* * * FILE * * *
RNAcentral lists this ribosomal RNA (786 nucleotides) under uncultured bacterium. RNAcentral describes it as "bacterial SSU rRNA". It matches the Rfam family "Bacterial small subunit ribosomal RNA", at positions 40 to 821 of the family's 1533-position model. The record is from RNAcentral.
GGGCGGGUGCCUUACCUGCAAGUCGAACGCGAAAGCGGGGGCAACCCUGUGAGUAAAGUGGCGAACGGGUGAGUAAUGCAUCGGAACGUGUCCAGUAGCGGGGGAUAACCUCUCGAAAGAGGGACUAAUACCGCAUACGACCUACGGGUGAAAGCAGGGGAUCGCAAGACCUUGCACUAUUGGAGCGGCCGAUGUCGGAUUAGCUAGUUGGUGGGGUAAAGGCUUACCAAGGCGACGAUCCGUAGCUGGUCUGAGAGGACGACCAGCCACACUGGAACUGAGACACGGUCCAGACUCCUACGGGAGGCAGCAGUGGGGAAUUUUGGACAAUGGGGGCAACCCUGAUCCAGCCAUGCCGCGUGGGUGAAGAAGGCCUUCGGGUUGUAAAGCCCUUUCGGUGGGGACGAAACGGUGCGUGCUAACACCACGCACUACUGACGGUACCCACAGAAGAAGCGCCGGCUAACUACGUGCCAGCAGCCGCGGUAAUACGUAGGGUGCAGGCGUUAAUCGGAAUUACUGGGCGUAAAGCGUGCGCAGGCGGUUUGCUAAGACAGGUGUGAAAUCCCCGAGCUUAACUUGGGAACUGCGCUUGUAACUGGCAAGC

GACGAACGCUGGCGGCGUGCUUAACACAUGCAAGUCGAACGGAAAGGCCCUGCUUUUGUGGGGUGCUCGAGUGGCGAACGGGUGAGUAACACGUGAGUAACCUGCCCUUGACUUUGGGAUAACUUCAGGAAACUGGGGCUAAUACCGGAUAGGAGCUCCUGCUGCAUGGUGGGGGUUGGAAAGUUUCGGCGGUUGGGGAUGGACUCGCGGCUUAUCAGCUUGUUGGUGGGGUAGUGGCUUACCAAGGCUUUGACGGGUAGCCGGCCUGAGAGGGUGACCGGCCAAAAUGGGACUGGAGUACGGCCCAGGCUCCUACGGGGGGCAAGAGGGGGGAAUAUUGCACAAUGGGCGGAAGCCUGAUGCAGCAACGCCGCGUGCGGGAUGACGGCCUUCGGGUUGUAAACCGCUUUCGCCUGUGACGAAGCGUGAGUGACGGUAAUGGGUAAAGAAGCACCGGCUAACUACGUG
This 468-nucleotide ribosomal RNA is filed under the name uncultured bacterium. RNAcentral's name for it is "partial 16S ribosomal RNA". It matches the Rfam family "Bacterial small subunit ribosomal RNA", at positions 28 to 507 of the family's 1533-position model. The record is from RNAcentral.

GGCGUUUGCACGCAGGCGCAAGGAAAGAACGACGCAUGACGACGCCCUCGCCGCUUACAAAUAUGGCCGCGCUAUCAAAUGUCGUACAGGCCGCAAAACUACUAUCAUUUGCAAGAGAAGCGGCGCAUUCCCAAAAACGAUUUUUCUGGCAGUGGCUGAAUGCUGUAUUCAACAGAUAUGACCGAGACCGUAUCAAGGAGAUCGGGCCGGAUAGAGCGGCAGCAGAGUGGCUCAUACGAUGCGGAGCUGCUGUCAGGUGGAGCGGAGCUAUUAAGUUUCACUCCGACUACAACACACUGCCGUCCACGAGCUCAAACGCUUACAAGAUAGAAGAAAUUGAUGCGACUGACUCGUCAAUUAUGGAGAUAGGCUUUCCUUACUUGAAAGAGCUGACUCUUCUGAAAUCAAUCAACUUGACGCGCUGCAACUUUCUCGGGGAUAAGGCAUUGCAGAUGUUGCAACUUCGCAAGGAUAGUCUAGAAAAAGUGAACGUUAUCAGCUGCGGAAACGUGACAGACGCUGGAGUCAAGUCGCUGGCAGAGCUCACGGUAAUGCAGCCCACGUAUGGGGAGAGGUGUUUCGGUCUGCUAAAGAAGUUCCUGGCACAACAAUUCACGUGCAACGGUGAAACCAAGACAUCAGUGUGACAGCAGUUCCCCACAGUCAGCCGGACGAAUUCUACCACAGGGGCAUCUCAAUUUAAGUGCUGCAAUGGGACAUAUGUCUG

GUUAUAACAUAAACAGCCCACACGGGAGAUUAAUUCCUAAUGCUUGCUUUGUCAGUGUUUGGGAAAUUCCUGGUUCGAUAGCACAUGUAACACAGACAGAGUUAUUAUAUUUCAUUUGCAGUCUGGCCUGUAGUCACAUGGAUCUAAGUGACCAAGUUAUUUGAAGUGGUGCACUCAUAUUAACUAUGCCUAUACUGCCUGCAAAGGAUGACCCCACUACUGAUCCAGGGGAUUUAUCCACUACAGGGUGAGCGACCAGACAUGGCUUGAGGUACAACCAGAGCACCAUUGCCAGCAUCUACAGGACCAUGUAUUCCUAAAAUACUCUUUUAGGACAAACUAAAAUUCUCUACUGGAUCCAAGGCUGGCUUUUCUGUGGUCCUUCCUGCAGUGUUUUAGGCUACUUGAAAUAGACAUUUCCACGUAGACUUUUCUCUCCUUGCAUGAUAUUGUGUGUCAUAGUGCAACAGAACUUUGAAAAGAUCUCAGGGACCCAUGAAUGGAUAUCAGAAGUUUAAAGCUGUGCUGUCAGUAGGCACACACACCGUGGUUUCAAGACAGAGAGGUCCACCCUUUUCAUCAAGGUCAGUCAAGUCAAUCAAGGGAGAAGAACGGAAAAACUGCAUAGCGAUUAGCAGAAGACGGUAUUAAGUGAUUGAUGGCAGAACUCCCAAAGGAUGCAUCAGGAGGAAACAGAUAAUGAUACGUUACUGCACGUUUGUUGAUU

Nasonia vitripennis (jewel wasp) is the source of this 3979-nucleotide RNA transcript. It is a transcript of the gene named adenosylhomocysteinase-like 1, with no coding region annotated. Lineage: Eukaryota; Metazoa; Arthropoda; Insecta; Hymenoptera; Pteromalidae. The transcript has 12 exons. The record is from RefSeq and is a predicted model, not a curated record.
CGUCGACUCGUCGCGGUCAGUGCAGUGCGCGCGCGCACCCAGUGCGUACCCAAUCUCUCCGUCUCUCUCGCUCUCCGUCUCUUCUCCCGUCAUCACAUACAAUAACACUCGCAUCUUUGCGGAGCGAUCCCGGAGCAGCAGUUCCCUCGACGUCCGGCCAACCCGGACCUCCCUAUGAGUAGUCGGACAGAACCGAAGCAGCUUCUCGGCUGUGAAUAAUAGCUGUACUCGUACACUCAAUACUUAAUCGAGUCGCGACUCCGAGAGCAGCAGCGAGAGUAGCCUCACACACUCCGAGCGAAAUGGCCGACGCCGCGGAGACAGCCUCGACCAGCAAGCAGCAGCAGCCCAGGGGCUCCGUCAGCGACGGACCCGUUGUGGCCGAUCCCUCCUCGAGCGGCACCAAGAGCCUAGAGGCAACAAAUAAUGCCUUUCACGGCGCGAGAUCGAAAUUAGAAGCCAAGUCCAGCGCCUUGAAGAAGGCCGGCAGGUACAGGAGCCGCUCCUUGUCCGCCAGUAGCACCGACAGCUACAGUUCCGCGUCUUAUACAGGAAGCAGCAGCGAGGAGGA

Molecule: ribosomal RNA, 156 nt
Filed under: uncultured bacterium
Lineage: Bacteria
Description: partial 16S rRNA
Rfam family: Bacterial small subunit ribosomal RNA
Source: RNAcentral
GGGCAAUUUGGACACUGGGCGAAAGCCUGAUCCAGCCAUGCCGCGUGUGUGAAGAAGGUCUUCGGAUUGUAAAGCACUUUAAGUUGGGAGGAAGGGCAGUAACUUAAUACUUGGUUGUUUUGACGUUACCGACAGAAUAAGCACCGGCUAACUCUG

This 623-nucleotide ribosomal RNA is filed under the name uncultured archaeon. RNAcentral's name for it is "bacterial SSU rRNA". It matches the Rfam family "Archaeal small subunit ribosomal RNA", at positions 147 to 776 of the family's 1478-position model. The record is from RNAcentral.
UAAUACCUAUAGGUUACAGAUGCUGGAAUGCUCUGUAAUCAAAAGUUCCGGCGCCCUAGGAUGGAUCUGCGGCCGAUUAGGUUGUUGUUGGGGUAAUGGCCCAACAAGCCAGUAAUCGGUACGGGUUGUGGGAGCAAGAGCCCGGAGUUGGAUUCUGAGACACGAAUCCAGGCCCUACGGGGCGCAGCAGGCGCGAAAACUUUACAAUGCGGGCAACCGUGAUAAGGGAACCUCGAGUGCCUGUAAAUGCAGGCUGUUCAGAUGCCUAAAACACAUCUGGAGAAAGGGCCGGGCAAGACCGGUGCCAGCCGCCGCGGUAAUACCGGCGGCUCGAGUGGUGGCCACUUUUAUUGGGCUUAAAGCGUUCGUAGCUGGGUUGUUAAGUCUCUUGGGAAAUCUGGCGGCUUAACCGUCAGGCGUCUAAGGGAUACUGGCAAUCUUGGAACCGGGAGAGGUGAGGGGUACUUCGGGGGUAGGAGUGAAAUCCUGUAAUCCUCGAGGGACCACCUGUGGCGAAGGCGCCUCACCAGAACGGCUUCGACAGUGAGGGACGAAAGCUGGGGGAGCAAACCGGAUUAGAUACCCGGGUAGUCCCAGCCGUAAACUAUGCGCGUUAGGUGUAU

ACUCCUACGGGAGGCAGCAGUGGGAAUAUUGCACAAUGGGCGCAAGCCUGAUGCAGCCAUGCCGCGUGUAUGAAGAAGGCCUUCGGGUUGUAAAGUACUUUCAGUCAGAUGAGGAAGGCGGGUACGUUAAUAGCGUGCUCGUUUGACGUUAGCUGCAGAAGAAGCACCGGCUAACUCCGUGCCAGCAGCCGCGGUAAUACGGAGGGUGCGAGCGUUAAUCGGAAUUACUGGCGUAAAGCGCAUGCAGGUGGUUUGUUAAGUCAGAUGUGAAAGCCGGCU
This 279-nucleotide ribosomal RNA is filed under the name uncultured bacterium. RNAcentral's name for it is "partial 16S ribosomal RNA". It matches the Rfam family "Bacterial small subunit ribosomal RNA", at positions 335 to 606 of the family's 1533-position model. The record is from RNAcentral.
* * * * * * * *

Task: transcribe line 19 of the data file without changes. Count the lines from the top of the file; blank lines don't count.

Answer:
This 279-nucleotide ribosomal RNA is filed under the name uncultured bacterium. RNAcentral's name for it is "partial 16S ribosomal RNA". It matches the Rfam family "Bacterial small subunit ribosomal RNA", at positions 335 to 606 of the family's 1533-position model. The record is from RNAcentral.